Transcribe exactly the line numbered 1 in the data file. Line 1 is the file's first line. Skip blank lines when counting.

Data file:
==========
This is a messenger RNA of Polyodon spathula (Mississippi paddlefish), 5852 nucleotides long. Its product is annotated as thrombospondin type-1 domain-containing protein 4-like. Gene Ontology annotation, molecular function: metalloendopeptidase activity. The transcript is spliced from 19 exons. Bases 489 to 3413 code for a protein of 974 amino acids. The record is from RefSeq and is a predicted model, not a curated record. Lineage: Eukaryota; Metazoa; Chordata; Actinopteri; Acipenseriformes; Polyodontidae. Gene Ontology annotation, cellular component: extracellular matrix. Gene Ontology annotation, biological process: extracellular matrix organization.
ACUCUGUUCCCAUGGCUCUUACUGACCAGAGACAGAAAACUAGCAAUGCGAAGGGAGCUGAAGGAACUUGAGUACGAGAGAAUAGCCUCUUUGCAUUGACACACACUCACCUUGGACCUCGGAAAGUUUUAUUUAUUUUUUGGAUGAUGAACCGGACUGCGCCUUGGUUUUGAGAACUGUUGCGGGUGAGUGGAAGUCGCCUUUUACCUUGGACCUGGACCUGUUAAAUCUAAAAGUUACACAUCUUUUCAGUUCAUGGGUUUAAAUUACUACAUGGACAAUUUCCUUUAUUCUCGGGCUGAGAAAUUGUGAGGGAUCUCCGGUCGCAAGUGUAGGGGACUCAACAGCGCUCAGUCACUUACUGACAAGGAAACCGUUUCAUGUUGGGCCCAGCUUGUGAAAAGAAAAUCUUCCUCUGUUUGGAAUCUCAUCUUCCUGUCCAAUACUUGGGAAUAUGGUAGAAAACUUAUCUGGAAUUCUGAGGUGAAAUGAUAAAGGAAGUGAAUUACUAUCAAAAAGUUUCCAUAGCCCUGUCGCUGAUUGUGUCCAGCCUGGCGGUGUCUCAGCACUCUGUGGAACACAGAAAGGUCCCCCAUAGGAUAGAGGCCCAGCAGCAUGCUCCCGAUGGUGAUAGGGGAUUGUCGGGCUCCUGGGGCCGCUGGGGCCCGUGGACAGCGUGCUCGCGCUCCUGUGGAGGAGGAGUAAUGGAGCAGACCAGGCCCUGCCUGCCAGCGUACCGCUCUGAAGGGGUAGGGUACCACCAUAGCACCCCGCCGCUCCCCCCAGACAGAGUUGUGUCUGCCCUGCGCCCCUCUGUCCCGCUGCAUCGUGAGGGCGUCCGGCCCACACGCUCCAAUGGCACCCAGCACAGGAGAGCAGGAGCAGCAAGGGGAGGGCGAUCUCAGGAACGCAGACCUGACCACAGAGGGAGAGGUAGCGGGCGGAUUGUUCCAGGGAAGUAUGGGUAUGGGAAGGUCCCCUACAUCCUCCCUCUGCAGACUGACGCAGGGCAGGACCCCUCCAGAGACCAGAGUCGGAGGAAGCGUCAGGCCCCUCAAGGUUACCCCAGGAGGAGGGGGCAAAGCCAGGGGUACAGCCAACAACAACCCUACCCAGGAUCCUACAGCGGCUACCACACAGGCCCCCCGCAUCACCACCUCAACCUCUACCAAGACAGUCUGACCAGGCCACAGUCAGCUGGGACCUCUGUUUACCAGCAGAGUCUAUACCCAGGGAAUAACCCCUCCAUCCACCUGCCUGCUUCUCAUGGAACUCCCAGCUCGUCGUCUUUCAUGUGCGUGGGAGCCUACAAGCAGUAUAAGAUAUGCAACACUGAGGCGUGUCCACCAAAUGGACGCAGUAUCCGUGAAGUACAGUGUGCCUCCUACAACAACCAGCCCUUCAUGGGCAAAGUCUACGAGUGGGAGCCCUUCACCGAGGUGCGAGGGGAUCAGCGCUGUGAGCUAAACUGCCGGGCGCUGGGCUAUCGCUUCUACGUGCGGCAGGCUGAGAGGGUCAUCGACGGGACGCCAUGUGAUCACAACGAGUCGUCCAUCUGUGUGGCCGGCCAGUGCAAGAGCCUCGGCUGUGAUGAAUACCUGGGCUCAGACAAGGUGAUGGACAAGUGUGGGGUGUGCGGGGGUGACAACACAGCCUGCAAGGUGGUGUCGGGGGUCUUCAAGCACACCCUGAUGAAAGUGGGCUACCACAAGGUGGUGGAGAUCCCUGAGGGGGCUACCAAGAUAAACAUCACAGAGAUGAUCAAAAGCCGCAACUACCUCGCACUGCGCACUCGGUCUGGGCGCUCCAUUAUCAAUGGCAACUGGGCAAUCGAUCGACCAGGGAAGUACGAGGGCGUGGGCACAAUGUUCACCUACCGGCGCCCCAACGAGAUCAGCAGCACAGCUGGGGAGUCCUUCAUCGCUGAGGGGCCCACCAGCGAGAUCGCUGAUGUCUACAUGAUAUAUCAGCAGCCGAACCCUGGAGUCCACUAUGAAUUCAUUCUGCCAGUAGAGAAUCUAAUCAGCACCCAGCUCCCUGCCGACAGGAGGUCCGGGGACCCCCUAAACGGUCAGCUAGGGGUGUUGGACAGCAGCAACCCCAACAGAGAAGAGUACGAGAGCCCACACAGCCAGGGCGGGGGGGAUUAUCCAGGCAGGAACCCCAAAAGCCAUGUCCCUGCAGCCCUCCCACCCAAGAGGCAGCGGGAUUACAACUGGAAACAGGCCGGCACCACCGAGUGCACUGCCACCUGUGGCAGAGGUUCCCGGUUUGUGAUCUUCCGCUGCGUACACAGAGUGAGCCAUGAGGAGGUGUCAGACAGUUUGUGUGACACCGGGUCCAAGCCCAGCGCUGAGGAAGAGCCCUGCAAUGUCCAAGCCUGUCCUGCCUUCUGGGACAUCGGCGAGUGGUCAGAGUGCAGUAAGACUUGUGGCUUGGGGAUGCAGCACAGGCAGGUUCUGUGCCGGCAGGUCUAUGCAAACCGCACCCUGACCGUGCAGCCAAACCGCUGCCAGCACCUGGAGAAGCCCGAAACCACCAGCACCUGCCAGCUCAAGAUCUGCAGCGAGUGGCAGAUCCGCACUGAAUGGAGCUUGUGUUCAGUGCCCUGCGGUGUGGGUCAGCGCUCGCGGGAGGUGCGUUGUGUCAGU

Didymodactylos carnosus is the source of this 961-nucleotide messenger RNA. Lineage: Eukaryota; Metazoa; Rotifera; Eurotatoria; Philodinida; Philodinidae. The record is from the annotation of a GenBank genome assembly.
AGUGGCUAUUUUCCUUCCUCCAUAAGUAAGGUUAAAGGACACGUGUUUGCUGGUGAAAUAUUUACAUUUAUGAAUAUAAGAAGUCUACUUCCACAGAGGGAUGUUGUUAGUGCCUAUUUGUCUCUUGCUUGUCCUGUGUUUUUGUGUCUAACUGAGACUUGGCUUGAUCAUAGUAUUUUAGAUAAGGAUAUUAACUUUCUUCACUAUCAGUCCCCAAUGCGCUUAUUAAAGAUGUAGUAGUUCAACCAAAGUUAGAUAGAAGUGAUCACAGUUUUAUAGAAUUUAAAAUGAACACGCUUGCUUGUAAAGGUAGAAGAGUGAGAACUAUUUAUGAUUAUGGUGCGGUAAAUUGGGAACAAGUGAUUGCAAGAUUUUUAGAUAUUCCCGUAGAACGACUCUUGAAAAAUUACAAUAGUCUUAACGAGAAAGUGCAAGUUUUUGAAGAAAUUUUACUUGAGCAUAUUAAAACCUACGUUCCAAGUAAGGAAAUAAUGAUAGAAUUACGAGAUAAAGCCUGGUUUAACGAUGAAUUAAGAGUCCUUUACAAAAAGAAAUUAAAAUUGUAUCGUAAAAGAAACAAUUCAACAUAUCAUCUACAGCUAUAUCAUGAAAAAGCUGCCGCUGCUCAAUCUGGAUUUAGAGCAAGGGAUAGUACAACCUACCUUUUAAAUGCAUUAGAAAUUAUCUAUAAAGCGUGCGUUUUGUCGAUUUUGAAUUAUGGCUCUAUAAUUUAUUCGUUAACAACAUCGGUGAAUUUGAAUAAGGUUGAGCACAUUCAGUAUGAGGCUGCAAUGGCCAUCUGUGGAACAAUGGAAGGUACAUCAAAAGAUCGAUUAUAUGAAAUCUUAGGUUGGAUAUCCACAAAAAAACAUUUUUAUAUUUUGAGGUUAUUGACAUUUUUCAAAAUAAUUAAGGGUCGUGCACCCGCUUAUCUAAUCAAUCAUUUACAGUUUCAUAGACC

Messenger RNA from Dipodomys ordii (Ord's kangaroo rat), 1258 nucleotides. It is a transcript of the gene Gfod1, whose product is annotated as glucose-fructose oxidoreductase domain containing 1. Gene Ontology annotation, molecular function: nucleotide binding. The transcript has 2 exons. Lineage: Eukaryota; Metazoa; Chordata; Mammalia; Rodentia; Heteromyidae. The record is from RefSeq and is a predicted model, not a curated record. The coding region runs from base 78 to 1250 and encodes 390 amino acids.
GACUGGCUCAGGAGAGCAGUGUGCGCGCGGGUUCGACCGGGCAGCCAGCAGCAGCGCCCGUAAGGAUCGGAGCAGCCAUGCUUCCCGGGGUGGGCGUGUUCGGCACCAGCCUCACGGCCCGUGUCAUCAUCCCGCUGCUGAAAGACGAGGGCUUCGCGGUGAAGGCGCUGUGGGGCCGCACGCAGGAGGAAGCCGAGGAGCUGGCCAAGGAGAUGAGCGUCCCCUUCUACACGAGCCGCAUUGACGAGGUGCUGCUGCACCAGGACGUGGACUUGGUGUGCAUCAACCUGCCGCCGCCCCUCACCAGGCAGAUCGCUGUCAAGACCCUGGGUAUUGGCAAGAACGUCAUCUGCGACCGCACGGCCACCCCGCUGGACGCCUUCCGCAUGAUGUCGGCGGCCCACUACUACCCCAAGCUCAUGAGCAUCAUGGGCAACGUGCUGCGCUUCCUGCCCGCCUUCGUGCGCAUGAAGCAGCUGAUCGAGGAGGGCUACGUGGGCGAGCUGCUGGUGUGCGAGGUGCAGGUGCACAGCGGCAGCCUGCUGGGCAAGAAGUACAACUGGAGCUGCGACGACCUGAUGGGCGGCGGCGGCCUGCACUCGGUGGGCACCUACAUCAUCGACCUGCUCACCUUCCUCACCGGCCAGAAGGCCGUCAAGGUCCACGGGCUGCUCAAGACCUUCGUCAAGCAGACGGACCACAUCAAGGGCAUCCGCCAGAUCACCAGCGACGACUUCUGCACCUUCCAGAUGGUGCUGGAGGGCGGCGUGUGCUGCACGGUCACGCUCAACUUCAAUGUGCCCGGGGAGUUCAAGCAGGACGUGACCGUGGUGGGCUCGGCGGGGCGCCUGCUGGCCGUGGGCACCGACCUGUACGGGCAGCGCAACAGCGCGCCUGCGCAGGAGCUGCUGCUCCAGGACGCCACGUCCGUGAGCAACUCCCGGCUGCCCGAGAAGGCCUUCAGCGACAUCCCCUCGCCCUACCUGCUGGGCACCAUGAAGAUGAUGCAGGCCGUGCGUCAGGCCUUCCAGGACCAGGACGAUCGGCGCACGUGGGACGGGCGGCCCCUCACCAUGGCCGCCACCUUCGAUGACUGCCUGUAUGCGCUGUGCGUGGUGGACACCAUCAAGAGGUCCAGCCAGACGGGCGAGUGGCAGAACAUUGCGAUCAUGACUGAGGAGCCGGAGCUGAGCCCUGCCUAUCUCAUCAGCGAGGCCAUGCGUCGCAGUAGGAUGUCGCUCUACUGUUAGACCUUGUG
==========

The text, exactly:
This is a messenger RNA of Polyodon spathula (Mississippi paddlefish), 5852 nucleotides long. Its product is annotated as thrombospondin type-1 domain-containing protein 4-like. Gene Ontology annotation, molecular function: metalloendopeptidase activity. The transcript is spliced from 19 exons. Bases 489 to 3413 code for a protein of 974 amino acids. The record is from RefSeq and is a predicted model, not a curated record. Lineage: Eukaryota; Metazoa; Chordata; Actinopteri; Acipenseriformes; Polyodontidae. Gene Ontology annotation, cellular component: extracellular matrix. Gene Ontology annotation, biological process: extracellular matrix organization.